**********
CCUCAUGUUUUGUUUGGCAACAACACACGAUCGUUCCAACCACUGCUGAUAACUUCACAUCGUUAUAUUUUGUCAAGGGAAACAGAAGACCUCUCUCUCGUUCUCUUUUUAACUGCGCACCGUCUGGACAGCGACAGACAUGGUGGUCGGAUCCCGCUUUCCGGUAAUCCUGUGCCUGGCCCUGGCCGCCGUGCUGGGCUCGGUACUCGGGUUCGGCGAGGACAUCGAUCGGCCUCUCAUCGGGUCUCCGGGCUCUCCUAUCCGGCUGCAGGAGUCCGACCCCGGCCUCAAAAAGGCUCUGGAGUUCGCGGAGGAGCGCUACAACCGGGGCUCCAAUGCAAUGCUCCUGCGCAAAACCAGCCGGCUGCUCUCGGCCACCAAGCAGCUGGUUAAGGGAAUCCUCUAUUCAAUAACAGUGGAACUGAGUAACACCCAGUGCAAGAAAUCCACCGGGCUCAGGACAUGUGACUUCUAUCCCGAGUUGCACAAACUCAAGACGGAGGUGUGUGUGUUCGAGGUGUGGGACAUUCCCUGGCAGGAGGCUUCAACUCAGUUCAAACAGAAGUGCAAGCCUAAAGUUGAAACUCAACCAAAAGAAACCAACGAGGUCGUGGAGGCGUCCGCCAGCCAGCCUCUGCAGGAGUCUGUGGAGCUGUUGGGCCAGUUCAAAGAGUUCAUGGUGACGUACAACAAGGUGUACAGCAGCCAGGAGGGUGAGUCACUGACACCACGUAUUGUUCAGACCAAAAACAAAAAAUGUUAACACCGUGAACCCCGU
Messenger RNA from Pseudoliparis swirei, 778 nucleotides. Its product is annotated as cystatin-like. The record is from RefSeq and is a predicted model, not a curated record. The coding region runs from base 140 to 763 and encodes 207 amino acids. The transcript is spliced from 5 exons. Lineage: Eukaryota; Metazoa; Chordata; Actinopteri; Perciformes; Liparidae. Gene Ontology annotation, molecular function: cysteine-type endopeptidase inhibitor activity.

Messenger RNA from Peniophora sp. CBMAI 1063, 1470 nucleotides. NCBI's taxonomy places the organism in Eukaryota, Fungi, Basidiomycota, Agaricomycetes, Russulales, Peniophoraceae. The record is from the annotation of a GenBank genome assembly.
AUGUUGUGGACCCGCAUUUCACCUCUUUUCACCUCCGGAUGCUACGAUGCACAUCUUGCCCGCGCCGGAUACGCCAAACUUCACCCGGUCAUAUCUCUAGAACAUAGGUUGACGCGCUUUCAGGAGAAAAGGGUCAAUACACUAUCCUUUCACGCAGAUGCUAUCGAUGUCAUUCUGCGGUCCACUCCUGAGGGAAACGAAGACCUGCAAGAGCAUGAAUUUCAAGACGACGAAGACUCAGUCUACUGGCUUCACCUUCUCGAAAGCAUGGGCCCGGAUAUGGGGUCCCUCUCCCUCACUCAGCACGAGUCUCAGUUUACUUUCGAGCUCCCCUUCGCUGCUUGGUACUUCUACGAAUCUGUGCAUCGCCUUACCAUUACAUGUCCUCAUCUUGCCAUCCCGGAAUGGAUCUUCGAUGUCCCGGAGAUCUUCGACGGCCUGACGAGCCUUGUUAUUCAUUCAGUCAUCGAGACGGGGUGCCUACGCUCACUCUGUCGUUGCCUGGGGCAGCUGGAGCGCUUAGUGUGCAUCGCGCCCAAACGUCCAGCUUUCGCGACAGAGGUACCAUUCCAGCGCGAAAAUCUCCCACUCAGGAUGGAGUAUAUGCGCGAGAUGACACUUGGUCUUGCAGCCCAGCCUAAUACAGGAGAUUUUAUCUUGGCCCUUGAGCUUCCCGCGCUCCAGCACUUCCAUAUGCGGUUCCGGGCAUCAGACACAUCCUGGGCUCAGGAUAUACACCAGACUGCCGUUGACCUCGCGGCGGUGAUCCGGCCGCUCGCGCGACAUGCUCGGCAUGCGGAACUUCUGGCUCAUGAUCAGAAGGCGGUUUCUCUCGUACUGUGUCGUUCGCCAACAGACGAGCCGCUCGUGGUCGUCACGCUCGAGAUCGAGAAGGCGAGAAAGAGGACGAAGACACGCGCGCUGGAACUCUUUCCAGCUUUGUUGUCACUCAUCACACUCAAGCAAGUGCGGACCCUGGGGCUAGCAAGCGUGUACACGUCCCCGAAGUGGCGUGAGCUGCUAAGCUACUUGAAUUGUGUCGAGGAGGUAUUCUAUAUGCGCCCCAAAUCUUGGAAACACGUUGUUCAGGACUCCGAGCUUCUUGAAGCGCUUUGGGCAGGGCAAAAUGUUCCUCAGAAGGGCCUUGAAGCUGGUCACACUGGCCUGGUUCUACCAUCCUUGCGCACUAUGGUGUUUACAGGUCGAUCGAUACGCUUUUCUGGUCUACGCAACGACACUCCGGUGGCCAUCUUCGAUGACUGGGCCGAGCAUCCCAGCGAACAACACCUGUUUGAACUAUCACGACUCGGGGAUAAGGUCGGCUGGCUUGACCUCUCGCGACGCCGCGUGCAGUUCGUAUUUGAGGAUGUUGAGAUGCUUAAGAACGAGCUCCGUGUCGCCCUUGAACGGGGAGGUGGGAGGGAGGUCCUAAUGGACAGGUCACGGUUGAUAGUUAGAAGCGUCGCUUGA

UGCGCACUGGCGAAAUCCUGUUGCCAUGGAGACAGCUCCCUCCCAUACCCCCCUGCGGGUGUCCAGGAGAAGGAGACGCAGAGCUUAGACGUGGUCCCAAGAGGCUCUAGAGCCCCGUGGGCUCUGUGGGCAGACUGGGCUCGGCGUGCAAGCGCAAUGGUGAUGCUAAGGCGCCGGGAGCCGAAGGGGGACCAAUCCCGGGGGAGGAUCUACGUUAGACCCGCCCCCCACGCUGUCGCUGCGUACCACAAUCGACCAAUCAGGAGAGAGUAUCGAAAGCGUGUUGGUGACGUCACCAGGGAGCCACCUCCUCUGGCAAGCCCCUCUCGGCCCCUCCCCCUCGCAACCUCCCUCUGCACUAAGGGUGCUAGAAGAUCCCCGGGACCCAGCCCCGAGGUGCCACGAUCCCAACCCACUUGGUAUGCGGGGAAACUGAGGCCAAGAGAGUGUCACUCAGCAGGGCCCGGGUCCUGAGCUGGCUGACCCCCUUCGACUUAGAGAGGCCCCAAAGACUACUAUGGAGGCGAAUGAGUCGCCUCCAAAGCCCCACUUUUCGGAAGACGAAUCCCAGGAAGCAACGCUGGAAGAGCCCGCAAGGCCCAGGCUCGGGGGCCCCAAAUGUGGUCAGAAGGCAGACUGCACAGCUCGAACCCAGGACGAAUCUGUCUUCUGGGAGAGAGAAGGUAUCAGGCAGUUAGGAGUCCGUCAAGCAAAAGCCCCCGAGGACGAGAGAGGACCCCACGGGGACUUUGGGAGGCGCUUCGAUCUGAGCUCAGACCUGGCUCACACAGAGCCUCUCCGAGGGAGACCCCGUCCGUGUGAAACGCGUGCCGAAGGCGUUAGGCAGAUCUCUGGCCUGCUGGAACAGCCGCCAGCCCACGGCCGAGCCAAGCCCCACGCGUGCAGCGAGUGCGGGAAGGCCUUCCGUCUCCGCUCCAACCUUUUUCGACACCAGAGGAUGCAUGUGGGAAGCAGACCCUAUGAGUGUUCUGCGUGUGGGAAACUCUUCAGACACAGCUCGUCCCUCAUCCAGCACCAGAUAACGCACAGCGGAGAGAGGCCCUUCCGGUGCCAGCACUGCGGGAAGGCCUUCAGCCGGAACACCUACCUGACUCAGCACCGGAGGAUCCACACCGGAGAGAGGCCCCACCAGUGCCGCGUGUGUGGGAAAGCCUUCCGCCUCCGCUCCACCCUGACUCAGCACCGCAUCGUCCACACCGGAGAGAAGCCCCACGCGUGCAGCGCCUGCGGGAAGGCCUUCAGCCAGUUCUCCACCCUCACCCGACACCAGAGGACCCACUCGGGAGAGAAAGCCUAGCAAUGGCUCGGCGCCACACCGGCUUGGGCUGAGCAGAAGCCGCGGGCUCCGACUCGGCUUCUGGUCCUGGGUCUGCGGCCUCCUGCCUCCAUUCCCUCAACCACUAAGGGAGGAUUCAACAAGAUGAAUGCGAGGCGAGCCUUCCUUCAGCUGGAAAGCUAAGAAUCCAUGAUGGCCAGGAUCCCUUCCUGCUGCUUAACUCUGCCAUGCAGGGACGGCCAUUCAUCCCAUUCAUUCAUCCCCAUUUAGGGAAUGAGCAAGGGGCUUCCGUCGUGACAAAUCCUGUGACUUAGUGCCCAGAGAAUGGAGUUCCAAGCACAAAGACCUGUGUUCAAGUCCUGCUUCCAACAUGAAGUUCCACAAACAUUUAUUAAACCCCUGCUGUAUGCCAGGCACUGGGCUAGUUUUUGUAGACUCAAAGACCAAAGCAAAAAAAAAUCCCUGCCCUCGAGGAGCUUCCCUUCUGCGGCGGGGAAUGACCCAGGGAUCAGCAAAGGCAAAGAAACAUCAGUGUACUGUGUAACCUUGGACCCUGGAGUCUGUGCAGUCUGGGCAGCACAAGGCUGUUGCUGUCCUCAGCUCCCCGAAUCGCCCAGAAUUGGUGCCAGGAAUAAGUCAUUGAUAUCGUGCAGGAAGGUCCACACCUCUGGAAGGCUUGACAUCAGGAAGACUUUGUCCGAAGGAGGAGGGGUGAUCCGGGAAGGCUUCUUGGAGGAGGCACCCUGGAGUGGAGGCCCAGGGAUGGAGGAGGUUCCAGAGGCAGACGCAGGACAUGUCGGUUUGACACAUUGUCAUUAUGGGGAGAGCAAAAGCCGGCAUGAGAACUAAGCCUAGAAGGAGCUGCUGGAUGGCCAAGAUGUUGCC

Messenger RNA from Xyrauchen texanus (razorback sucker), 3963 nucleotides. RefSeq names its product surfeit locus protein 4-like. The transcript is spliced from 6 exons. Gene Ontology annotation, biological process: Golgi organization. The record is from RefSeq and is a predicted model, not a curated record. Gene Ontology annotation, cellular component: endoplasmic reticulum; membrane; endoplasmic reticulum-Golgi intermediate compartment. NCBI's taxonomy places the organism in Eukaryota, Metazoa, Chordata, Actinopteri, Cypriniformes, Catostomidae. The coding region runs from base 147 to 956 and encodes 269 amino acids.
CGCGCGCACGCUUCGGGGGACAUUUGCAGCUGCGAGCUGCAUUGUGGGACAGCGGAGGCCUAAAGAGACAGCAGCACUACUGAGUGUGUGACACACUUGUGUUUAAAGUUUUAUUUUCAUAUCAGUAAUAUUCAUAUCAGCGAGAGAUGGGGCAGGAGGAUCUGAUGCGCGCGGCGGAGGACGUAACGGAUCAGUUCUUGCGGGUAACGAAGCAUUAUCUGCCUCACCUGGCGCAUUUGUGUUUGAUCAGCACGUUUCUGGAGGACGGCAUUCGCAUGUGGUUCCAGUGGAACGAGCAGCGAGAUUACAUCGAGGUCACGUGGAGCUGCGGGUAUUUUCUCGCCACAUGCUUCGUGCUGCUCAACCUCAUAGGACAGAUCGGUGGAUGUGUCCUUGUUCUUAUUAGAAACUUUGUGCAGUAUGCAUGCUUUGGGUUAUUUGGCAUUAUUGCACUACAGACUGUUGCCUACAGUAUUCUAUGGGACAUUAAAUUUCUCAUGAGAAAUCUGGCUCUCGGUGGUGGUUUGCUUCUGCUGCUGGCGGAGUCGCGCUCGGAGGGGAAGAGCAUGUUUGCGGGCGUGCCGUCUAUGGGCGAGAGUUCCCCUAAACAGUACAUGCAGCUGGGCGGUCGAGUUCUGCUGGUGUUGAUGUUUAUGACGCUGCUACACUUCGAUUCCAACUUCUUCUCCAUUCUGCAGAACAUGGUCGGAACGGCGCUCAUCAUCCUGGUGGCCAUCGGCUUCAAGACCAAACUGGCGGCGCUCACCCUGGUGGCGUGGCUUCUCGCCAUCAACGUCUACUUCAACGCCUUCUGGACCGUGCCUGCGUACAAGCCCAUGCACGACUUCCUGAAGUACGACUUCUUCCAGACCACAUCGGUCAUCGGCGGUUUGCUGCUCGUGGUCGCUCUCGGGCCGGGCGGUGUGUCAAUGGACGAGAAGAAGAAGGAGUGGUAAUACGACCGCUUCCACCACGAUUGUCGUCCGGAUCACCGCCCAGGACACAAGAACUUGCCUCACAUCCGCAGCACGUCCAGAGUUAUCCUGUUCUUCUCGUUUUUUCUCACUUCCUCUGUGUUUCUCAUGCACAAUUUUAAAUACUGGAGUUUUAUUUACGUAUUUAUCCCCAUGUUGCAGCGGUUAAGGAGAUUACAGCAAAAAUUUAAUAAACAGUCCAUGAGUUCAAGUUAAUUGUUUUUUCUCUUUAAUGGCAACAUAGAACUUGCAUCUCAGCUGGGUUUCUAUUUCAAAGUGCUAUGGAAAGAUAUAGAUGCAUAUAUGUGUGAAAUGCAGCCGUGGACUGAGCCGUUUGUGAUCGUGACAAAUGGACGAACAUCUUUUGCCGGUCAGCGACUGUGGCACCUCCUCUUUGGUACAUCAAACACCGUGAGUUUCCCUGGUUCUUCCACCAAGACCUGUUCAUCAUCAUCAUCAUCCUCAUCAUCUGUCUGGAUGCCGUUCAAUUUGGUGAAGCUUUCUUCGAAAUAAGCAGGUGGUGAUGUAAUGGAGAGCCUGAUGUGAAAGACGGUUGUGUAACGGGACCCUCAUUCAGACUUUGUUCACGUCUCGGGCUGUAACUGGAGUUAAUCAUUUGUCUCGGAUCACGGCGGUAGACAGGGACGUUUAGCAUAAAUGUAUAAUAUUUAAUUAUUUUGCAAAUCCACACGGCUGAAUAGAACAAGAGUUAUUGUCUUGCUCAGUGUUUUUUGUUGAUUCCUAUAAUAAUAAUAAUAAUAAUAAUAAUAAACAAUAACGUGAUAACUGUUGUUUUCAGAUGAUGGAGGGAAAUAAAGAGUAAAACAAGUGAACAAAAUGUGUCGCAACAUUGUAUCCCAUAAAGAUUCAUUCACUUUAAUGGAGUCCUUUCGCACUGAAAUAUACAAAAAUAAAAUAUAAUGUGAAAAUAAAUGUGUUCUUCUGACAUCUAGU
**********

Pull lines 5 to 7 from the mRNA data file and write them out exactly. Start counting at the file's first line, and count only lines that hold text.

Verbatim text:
UGCGCACUGGCGAAAUCCUGUUGCCAUGGAGACAGCUCCCUCCCAUACCCCCCUGCGGGUGUCCAGGAGAAGGAGACGCAGAGCUUAGACGUGGUCCCAAGAGGCUCUAGAGCCCCGUGGGCUCUGUGGGCAGACUGGGCUCGGCGUGCAAGCGCAAUGGUGAUGCUAAGGCGCCGGGAGCCGAAGGGGGACCAAUCCCGGGGGAGGAUCUACGUUAGACCCGCCCCCCACGCUGUCGCUGCGUACCACAAUCGACCAAUCAGGAGAGAGUAUCGAAAGCGUGUUGGUGACGUCACCAGGGAGCCACCUCCUCUGGCAAGCCCCUCUCGGCCCCUCCCCCUCGCAACCUCCCUCUGCACUAAGGGUGCUAGAAGAUCCCCGGGACCCAGCCCCGAGGUGCCACGAUCCCAACCCACUUGGUAUGCGGGGAAACUGAGGCCAAGAGAGUGUCACUCAGCAGGGCCCGGGUCCUGAGCUGGCUGACCCCCUUCGACUUAGAGAGGCCCCAAAGACUACUAUGGAGGCGAAUGAGUCGCCUCCAAAGCCCCACUUUUCGGAAGACGAAUCCCAGGAAGCAACGCUGGAAGAGCCCGCAAGGCCCAGGCUCGGGGGCCCCAAAUGUGGUCAGAAGGCAGACUGCACAGCUCGAACCCAGGACGAAUCUGUCUUCUGGGAGAGAGAAGGUAUCAGGCAGUUAGGAGUCCGUCAAGCAAAAGCCCCCGAGGACGAGAGAGGACCCCACGGGGACUUUGGGAGGCGCUUCGAUCUGAGCUCAGACCUGGCUCACACAGAGCCUCUCCGAGGGAGACCCCGUCCGUGUGAAACGCGUGCCGAAGGCGUUAGGCAGAUCUCUGGCCUGCUGGAACAGCCGCCAGCCCACGGCCGAGCCAAGCCCCACGCGUGCAGCGAGUGCGGGAAGGCCUUCCGUCUCCGCUCCAACCUUUUUCGACACCAGAGGAUGCAUGUGGGAAGCAGACCCUAUGAGUGUUCUGCGUGUGGGAAACUCUUCAGACACAGCUCGUCCCUCAUCCAGCACCAGAUAACGCACAGCGGAGAGAGGCCCUUCCGGUGCCAGCACUGCGGGAAGGCCUUCAGCCGGAACACCUACCUGACUCAGCACCGGAGGAUCCACACCGGAGAGAGGCCCCACCAGUGCCGCGUGUGUGGGAAAGCCUUCCGCCUCCGCUCCACCCUGACUCAGCACCGCAUCGUCCACACCGGAGAGAAGCCCCACGCGUGCAGCGCCUGCGGGAAGGCCUUCAGCCAGUUCUCCACCCUCACCCGACACCAGAGGACCCACUCGGGAGAGAAAGCCUAGCAAUGGCUCGGCGCCACACCGGCUUGGGCUGAGCAGAAGCCGCGGGCUCCGACUCGGCUUCUGGUCCUGGGUCUGCGGCCUCCUGCCUCCAUUCCCUCAACCACUAAGGGAGGAUUCAACAAGAUGAAUGCGAGGCGAGCCUUCCUUCAGCUGGAAAGCUAAGAAUCCAUGAUGGCCAGGAUCCCUUCCUGCUGCUUAACUCUGCCAUGCAGGGACGGCCAUUCAUCCCAUUCAUUCAUCCCCAUUUAGGGAAUGAGCAAGGGGCUUCCGUCGUGACAAAUCCUGUGACUUAGUGCCCAGAGAAUGGAGUUCCAAGCACAAAGACCUGUGUUCAAGUCCUGCUUCCAACAUGAAGUUCCACAAACAUUUAUUAAACCCCUGCUGUAUGCCAGGCACUGGGCUAGUUUUUGUAGACUCAAAGACCAAAGCAAAAAAAAAUCCCUGCCCUCGAGGAGCUUCCCUUCUGCGGCGGGGAAUGACCCAGGGAUCAGCAAAGGCAAAGAAACAUCAGUGUACUGUGUAACCUUGGACCCUGGAGUCUGUGCAGUCUGGGCAGCACAAGGCUGUUGCUGUCCUCAGCUCCCCGAAUCGCCCAGAAUUGGUGCCAGGAAUAAGUCAUUGAUAUCGUGCAGGAAGGUCCACACCUCUGGAAGGCUUGACAUCAGGAAGACUUUGUCCGAAGGAGGAGGGGUGAUCCGGGAAGGCUUCUUGGAGGAGGCACCCUGGAGUGGAGGCCCAGGGAUGGAGGAGGUUCCAGAGGCAGACGCAGGACAUGUCGGUUUGACACAUUGUCAUUAUGGGGAGAGCAAAAGCCGGCAUGAGAACUAAGCCUAGAAGGAGCUGCUGGAUGGCCAAGAUGUUGCC

Messenger RNA from Xyrauchen texanus (razorback sucker), 3963 nucleotides. RefSeq names its product surfeit locus protein 4-like. The transcript is spliced from 6 exons. Gene Ontology annotation, biological process: Golgi organization. The record is from RefSeq and is a predicted model, not a curated record. Gene Ontology annotation, cellular component: endoplasmic reticulum; membrane; endoplasmic reticulum-Golgi intermediate compartment. NCBI's taxonomy places the organism in Eukaryota, Metazoa, Chordata, Actinopteri, Cypriniformes, Catostomidae. The coding region runs from base 147 to 956 and encodes 269 amino acids.
CGCGCGCACGCUUCGGGGGACAUUUGCAGCUGCGAGCUGCAUUGUGGGACAGCGGAGGCCUAAAGAGACAGCAGCACUACUGAGUGUGUGACACACUUGUGUUUAAAGUUUUAUUUUCAUAUCAGUAAUAUUCAUAUCAGCGAGAGAUGGGGCAGGAGGAUCUGAUGCGCGCGGCGGAGGACGUAACGGAUCAGUUCUUGCGGGUAACGAAGCAUUAUCUGCCUCACCUGGCGCAUUUGUGUUUGAUCAGCACGUUUCUGGAGGACGGCAUUCGCAUGUGGUUCCAGUGGAACGAGCAGCGAGAUUACAUCGAGGUCACGUGGAGCUGCGGGUAUUUUCUCGCCACAUGCUUCGUGCUGCUCAACCUCAUAGGACAGAUCGGUGGAUGUGUCCUUGUUCUUAUUAGAAACUUUGUGCAGUAUGCAUGCUUUGGGUUAUUUGGCAUUAUUGCACUACAGACUGUUGCCUACAGUAUUCUAUGGGACAUUAAAUUUCUCAUGAGAAAUCUGGCUCUCGGUGGUGGUUUGCUUCUGCUGCUGGCGGAGUCGCGCUCGGAGGGGAAGAGCAUGUUUGCGGGCGUGCCGUCUAUGGGCGAGAGUUCCCCUAAACAGUACAUGCAGCUGGGCGGUCGAGUUCUGCUGGUGUUGAUGUUUAUGACGCUGCUACACUUCGAUUCCAACUUCUUCUCCAUUCUGCAGAACAUGGUCGGAACGGCGCUCAUCAUCCUGGUGGCCAUCGGCUUCAAGACCAAACUGGCGGCGCUCACCCUGGUGGCGUGGCUUCUCGCCAUCAACGUCUACUUCAACGCCUUCUGGACCGUGCCUGCGUACAAGCCCAUGCACGACUUCCUGAAGUACGACUUCUUCCAGACCACAUCGGUCAUCGGCGGUUUGCUGCUCGUGGUCGCUCUCGGGCCGGGCGGUGUGUCAAUGGACGAGAAGAAGAAGGAGUGGUAAUACGACCGCUUCCACCACGAUUGUCGUCCGGAUCACCGCCCAGGACACAAGAACUUGCCUCACAUCCGCAGCACGUCCAGAGUUAUCCUGUUCUUCUCGUUUUUUCUCACUUCCUCUGUGUUUCUCAUGCACAAUUUUAAAUACUGGAGUUUUAUUUACGUAUUUAUCCCCAUGUUGCAGCGGUUAAGGAGAUUACAGCAAAAAUUUAAUAAACAGUCCAUGAGUUCAAGUUAAUUGUUUUUUCUCUUUAAUGGCAACAUAGAACUUGCAUCUCAGCUGGGUUUCUAUUUCAAAGUGCUAUGGAAAGAUAUAGAUGCAUAUAUGUGUGAAAUGCAGCCGUGGACUGAGCCGUUUGUGAUCGUGACAAAUGGACGAACAUCUUUUGCCGGUCAGCGACUGUGGCACCUCCUCUUUGGUACAUCAAACACCGUGAGUUUCCCUGGUUCUUCCACCAAGACCUGUUCAUCAUCAUCAUCAUCCUCAUCAUCUGUCUGGAUGCCGUUCAAUUUGGUGAAGCUUUCUUCGAAAUAAGCAGGUGGUGAUGUAAUGGAGAGCCUGAUGUGAAAGACGGUUGUGUAACGGGACCCUCAUUCAGACUUUGUUCACGUCUCGGGCUGUAACUGGAGUUAAUCAUUUGUCUCGGAUCACGGCGGUAGACAGGGACGUUUAGCAUAAAUGUAUAAUAUUUAAUUAUUUUGCAAAUCCACACGGCUGAAUAGAACAAGAGUUAUUGUCUUGCUCAGUGUUUUUUGUUGAUUCCUAUAAUAAUAAUAAUAAUAAUAAUAAUAAACAAUAACGUGAUAACUGUUGUUUUCAGAUGAUGGAGGGAAAUAAAGAGUAAAACAAGUGAACAAAAUGUGUCGCAACAUUGUAUCCCAUAAAGAUUCAUUCACUUUAAUGGAGUCCUUUCGCACUGAAAUAUACAAAAAUAAAAUAUAAUGUGAAAAUAAAUGUGUUCUUCUGACAUCUAGU